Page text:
[ 4 syll. a-nas-ta-sia, an-astas-ia ] The baby girl name Anastasia is pronounced ae-Nah-STAES-Yah or ae-Nah-STEY-ZHah (English) †. Anastasia's language of origin is Old Greek. It is predominantly used in English, German, Greek, and Russian. The Greek anastasis is itself from ana and stasis (meaning 'standing, standstill'). The name was borne by the venerated 4th-century martyr, Saint Anastasia, who was martyred at Sirmium in Dalmatia. It was popular with early Christians due to the association of its meaning with the start of a new life for a child. The name has been used by English speakers since the 12th century, usually in the forms Anstace or Anstice. It was borne by the first tsarina Anastasia (-1560), the wife of the Russian Tsar Ivan the Terrible. It later picked up strong Russian associations through Princess Anastasia (1901-1918), the youngest daughter of the last tsar of Russia Nicholas II. Many believe she survived the 1918 massacre of her family after a woman claimed to be her in 1920, and she subsequently became the subject of a film in 1956. Anastasia is the feminine equivalent of the German Anastasius.
The name Anastasia is widely used; it has 75 forms that are used in English and foreign languages. English forms of the name include Anastace, Anastascia, Anastase, Anastasha, Anastashia, Anastasija, Anastassya, Anastasya, Anastaysia, Anastazya, Anastice, Anasztaizia, Anestasia, Annastasia, Annastaysia, Annastazia, Anstace, Anstass, Anstey, Anstice (also used in Scottish), Stace, Stacee, Staci, Stacie, Taisie, and Tasiya. Other English forms include the contracted forms Nastasia (also used in Latvian, Lithuanian, and Russian), Stacia (also used in Greek), and Tasia (also used in Greek, and Spanish), the familiar forms Anna (also used in Czech, German, Greek, Hebrew, Hungarian, Italian, Polish, Russian, Scandinavian, Slavic, and Spanish), Nastassia (also used in Polish), Stacey (also used in Irish), Stacy (also used in Irish), Stash, Stasha, Stasia, Staz, and Tacy, and the spelling variant Anastacia.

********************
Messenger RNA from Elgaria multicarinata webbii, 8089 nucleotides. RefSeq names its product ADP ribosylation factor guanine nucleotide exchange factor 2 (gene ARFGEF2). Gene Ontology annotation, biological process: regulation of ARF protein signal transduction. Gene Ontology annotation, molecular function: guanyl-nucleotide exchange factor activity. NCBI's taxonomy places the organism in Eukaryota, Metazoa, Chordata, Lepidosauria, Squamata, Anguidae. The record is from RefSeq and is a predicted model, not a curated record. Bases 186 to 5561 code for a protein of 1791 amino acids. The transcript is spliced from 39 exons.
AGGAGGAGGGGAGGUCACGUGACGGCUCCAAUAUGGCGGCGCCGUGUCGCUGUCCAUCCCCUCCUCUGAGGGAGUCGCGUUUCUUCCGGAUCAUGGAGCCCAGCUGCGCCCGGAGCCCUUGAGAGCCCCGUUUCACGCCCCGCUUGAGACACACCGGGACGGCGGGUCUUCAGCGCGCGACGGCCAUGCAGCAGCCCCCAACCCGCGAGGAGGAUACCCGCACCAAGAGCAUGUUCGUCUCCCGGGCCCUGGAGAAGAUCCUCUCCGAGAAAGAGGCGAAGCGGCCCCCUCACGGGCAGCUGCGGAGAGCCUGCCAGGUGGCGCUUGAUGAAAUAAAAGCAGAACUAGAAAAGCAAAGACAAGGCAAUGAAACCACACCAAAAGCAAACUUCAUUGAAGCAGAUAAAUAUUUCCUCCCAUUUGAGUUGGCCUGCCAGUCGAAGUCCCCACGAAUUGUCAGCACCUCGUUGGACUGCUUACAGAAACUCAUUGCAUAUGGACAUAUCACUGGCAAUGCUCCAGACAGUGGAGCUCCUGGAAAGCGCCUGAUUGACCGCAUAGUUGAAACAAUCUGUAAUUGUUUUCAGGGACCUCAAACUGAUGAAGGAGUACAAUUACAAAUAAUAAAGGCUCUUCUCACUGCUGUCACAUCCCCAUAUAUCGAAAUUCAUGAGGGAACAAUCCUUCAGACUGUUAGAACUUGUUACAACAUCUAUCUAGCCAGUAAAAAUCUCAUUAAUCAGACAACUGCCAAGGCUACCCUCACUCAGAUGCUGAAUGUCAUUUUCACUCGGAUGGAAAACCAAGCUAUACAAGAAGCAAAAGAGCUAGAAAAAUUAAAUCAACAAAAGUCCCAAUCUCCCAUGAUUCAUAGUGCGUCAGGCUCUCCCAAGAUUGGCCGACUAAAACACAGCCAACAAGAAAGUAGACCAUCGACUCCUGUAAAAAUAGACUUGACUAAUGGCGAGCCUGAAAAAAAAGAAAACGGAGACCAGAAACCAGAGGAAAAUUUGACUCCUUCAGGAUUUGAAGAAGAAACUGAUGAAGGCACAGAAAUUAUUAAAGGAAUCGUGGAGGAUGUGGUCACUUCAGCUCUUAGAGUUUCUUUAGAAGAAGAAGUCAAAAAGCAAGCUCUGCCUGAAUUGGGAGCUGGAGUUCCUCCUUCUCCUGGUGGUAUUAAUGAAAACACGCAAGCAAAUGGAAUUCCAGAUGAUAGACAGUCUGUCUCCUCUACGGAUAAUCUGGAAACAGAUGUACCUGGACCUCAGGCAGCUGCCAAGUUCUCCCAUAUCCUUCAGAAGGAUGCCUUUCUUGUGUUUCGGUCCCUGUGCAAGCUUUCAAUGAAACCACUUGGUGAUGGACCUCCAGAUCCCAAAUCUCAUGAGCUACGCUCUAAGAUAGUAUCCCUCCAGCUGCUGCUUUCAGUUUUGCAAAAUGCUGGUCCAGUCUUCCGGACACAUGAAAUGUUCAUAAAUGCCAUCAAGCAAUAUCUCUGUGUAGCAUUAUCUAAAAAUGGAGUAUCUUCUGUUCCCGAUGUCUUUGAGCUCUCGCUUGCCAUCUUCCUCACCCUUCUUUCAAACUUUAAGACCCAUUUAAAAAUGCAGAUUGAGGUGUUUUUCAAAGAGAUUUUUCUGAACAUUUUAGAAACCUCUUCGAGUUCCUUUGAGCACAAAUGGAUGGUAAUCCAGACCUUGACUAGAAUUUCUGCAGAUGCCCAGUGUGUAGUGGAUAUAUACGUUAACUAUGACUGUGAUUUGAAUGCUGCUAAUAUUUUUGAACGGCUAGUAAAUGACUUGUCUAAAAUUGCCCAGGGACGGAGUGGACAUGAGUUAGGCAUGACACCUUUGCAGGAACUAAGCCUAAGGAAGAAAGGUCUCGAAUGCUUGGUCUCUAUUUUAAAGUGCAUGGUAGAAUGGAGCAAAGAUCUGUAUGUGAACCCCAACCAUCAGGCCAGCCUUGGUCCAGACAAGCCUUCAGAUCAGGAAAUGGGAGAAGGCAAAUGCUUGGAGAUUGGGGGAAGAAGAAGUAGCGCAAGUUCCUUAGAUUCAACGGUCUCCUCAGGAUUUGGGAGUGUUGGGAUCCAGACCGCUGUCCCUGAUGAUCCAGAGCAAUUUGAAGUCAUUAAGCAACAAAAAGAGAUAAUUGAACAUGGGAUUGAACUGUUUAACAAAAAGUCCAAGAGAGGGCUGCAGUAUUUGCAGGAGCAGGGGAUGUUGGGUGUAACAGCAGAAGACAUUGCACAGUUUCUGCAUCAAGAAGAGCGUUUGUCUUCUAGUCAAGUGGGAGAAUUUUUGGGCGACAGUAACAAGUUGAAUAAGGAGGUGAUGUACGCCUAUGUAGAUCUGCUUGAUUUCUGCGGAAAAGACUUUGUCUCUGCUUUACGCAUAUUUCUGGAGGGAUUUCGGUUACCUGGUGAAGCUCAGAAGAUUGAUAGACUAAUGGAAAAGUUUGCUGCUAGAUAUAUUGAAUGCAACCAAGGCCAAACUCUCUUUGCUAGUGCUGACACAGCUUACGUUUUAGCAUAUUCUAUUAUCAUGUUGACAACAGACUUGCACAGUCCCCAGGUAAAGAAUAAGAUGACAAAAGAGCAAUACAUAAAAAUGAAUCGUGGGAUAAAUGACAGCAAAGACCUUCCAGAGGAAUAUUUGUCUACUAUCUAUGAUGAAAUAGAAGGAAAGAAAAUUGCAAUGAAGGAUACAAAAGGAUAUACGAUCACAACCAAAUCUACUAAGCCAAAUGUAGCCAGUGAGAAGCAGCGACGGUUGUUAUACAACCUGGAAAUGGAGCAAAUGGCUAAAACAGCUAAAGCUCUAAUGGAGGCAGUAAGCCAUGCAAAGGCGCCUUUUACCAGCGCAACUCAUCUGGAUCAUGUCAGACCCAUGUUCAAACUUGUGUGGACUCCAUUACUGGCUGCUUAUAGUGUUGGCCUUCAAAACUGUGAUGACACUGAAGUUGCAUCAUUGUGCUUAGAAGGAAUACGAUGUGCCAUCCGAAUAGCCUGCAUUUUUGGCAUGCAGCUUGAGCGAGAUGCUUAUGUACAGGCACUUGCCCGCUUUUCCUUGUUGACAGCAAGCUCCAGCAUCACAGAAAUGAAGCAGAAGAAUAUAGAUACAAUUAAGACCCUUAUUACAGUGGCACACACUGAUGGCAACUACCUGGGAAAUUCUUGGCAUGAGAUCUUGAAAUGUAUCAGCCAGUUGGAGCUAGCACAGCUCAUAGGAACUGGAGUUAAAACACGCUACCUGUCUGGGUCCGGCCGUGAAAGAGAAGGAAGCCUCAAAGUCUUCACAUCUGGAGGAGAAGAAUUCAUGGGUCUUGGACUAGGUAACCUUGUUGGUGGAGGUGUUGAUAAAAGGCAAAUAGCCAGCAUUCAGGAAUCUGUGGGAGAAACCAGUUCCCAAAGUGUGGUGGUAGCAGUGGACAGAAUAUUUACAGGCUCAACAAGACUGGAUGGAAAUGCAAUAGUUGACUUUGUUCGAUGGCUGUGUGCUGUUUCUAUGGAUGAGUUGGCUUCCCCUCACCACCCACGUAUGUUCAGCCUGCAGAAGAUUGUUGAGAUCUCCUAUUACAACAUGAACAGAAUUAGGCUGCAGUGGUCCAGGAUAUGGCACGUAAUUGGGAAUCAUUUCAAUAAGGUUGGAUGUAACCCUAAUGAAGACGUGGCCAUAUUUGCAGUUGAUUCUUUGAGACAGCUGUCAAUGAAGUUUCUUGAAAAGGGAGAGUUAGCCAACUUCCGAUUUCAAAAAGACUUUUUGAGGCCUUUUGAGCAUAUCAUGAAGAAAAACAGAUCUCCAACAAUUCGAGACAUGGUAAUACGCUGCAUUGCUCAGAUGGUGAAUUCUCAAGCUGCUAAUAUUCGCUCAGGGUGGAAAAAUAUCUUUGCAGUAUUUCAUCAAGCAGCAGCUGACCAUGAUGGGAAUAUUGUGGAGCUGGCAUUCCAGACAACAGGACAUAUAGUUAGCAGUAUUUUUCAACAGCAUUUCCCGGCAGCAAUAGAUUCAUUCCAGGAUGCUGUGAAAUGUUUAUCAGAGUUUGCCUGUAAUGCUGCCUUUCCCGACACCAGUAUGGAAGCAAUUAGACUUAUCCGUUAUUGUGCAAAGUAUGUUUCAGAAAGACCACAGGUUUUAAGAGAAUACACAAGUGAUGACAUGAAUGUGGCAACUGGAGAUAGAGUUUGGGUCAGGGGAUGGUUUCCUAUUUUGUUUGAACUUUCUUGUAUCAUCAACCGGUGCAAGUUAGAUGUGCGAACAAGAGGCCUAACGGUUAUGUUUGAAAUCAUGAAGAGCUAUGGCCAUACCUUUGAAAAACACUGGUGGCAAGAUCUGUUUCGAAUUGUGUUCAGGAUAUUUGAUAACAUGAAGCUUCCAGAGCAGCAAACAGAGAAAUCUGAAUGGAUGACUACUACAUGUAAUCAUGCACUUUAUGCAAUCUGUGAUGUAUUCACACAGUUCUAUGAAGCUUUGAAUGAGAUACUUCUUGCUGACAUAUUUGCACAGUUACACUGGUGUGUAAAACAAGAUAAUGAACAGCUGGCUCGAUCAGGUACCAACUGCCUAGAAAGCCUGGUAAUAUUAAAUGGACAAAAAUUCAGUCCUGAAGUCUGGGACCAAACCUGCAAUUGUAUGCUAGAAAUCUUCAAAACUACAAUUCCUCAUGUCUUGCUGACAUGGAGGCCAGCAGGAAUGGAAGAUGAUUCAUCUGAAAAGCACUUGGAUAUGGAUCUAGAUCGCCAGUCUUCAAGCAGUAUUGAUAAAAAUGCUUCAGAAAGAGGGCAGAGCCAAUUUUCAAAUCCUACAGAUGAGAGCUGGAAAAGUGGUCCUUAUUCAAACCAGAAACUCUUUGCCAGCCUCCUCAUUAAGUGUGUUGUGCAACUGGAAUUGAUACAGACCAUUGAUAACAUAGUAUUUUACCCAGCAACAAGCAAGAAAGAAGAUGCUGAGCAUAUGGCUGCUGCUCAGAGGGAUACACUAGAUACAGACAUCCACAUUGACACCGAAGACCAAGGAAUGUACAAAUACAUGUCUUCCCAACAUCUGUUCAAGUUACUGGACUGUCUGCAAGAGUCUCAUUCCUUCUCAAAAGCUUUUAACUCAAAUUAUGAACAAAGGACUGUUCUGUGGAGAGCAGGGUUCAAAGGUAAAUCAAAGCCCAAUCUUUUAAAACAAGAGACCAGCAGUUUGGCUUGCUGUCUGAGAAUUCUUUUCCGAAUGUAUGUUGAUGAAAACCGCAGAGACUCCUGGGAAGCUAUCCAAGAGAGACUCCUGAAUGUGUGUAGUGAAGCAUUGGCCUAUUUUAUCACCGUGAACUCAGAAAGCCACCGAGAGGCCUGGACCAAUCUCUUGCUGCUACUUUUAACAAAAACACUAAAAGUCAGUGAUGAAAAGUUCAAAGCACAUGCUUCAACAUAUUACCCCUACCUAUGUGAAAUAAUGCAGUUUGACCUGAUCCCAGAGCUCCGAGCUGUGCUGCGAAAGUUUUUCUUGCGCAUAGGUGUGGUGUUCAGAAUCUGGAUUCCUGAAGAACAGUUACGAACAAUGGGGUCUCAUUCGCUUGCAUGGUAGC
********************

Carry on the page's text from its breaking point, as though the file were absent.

Forms used in foreign languages include Anastasie (French and German), Anastasiya (Russian, Slavic, and Ukrainian), Anastassia (Latinized), Anastazia (Czech), Anastazja (Polish), Anastázia (Slavic), Anastázie (Czech and Hungarian), Anasztaszia (Hungarian), Anasztázia (Hungarian), Nast'a (Czech), Nastacia (Latvian, Lithuanian, and Russian), Nastasha (Latvian, Lithuanian, and Russian), Nastashia (Latvian, Lithuanian, and Russian), Nastasya (Latvian, Lithuanian, and Russian), Nastenka (Czech), Nastka (Latvian, Lithuanian, Polish, and Russian), Nastusia (Polish), Nastusya (Latvian, Lithuanian, and Russian), Nessa (Latvian, Lithuanian, and Russian), Stasa (Czech), Staska (Czech), Tasenka (Latvian, Lithuanian, and Russian), Taska (Latvian, Lithuanian, and Russian), and Tasya (Latvian, Lithuanian, Russian, and Slavic). Specific foreign forms include the contracted forms Anastay (Latinized), Asja (Russian), Nastasja (German and Russian), Nastassja (German and Russian), and Natasa (Greek), the familiar forms Anya (Latvian, Lithuanian, and Russian), Asya (Latvian, Lithuanian, and Russian), Nastya (Russian), Stasya (Latvian, Lithuanian, and Russian), Tasa (Greek), and Tasoula (Greek), and the spelling variant Anastatia (Greek).
Anastasia is a popular baby girl name, and it is also regarded as trendy. The name has been rising in popularity since the 1960s. At the modest peak of its usage in 2018, 0.102% of baby girls were named Anastasia. It was #148 in rank then. Out of all girl names in its family, Anastasia was the 2nd most popular after Anna in 2018. The name was twice as popular as Anastasia in that year.
Baby names that sound like Anastasia include Anestasia, Amieta, Amietah, Anastacia, Anastascia, Anastasha, Anastasie, Anastassya, Anastasya, Anastatia, Anastaysia, Anastazja, Anastázia, Anastázie, Anasztázia, Anicuta, Annastasia, Annastaysia, Anacleta, and Anastashia.
† Pronunciation for Anastasia: AE as in "at (AE.T)" ; N as in "knee (N.IY)" ; AH as in "mud (M.AH.D)" ; S as in "see (S.IY)" ; T as in "tee (T.IY)" ; Y as in "you (Y.UW)" ; EY as in "ate (EY.T)" ; ZH as in "beige (B.EY.ZH"